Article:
Twitter is testing a way to provide more context for what’s trending by using the title of a matching Moment as a description, TechRadar has learned.

On Friday, we noticed the trend for basketball player Ben Simmons had a short blurb below it: “No. 1 draft pick Ben Simmons fractures his foot.” Typically, the number of tweets about a trend or the handles of people talking about it are below, so the description stood out.

Twitter trend description

We asked Twitter about the blurb, and a spokesperson confirmed the social network is currently testing descriptions that come from Moments:

“We’re beginning to experiment with using Moments content to provide more context on trends,” the spokesperson said. “When a Moment is found to be relevant to a trend, we may use the title of the Moment in the trend’s description. As always, what’s trending will continue to be determined entirely by algorithm. More details about trends in our help center, and our Moments guidelines are here. ”

Trends, with context

In the test, which launched this week, these descriptions appear when there is a correlating Twitter Moment for a trend. The title of the Moment serves as the trend’s description.

When we clicked into the “Ben Simmons” trend, we saw the Moment created around the news he had fractured his foot at the top of the page. The Moments title matched the trend description:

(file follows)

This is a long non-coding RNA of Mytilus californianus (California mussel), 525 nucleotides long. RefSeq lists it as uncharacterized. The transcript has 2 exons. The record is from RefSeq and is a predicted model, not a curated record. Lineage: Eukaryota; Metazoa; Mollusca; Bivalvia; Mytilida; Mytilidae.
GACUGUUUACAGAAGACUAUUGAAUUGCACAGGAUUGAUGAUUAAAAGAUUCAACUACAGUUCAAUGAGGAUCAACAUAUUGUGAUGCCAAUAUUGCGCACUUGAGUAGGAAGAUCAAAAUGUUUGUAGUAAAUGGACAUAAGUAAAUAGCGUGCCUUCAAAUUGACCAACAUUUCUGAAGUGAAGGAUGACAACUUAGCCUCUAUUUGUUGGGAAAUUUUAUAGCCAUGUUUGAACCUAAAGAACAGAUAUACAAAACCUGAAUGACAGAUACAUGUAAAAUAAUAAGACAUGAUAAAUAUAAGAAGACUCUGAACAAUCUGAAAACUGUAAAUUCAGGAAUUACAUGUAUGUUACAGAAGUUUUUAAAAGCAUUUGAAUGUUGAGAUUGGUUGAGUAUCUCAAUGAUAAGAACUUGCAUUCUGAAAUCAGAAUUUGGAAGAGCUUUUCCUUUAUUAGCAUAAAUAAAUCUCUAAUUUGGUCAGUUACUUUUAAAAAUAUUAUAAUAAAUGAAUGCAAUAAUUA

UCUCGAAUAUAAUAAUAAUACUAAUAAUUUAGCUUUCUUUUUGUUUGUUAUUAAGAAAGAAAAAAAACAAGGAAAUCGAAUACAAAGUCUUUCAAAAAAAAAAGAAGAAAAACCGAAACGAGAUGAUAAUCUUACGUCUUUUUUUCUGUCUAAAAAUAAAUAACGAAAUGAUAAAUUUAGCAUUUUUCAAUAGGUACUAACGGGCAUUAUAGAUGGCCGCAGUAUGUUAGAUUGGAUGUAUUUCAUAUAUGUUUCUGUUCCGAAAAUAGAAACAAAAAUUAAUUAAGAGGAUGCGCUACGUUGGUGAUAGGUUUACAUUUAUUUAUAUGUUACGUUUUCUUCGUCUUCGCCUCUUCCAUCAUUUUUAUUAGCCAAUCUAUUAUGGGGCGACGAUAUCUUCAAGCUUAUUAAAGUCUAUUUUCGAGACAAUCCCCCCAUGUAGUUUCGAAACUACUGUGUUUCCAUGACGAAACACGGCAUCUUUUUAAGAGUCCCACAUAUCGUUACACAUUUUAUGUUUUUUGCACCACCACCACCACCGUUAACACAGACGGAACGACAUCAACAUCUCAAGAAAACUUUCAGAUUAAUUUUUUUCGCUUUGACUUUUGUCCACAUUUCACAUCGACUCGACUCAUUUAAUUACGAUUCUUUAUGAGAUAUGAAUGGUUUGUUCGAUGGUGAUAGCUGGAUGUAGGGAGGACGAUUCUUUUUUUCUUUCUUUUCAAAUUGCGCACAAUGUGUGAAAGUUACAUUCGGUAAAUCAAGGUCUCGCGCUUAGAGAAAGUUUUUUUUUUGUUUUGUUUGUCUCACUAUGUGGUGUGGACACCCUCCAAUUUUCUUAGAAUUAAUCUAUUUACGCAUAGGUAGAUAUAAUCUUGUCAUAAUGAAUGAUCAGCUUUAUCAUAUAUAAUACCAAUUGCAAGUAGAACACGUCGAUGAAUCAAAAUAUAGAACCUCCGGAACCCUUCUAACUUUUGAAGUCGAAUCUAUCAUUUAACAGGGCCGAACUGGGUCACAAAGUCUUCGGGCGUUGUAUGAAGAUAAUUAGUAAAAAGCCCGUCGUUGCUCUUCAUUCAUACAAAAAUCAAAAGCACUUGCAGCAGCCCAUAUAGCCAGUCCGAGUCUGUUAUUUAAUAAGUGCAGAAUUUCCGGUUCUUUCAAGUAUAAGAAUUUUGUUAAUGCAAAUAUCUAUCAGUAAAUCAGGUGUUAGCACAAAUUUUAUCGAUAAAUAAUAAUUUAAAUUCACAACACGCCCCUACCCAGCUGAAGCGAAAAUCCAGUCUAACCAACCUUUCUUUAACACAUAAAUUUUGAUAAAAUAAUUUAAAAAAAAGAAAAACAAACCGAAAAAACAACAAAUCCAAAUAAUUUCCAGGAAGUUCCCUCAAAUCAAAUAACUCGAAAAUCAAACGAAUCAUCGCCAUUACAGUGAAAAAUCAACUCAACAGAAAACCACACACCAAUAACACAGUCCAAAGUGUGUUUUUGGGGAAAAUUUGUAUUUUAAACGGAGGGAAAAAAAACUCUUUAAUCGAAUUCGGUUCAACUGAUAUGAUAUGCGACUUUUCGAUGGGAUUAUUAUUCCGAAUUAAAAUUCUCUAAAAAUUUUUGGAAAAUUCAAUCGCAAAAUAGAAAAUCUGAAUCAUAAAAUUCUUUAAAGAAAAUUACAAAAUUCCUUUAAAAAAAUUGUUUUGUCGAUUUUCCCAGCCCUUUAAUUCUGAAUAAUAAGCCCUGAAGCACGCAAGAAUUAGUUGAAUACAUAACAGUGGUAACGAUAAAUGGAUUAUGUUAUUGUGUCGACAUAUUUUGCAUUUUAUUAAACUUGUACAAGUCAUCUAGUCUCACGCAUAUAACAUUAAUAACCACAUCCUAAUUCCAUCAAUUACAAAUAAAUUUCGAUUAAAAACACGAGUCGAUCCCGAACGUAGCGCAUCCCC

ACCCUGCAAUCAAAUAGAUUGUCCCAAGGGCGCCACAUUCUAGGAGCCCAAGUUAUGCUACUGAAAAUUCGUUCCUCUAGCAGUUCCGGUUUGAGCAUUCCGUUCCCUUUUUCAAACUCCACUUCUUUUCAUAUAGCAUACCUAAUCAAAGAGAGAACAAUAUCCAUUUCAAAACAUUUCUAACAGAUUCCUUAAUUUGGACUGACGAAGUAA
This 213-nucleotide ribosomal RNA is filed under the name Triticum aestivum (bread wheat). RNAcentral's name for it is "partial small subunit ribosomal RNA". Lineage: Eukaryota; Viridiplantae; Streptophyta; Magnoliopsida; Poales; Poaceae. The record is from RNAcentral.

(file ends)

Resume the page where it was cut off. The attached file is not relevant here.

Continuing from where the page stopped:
Twitter Moment

The detailed trend description appeared on both twitter.com as well as in the Twitter iOS app. The test is small right now and it’s unclear if Twitter will ever make this a full-fledged feature.

It’s important to note that Twitter’s trends are determined entirely by algorithm, though there are some elements of personalization based on where you live and who you follow. Twitter’s Moments, meanwhile, are curated by a team of humans. As the spokesperson noted, trends will continue to be completely algorithm based, even if they have a Moments description.

A contextual blurb culled from Moments could be a smart move as it provides more information about what can otherwise seem like random words, phrases and hashtags. If users know why something is trending, they may be more inclined to engage by liking, retweeting and tweeting their own posts about it. It also gets them clicking into Moments more, which would be a win-win for the service.

Twitter has made increasing efforts to become more user-friendly, including recently allowing users to upload media attachments and quote tweets without those docking their 140-character limit. This latest test appears to be yet another attempt to come up with a way to help users engage more readily with Twitter and understand its nuances. With membership numbers floundering, any little thing should help.

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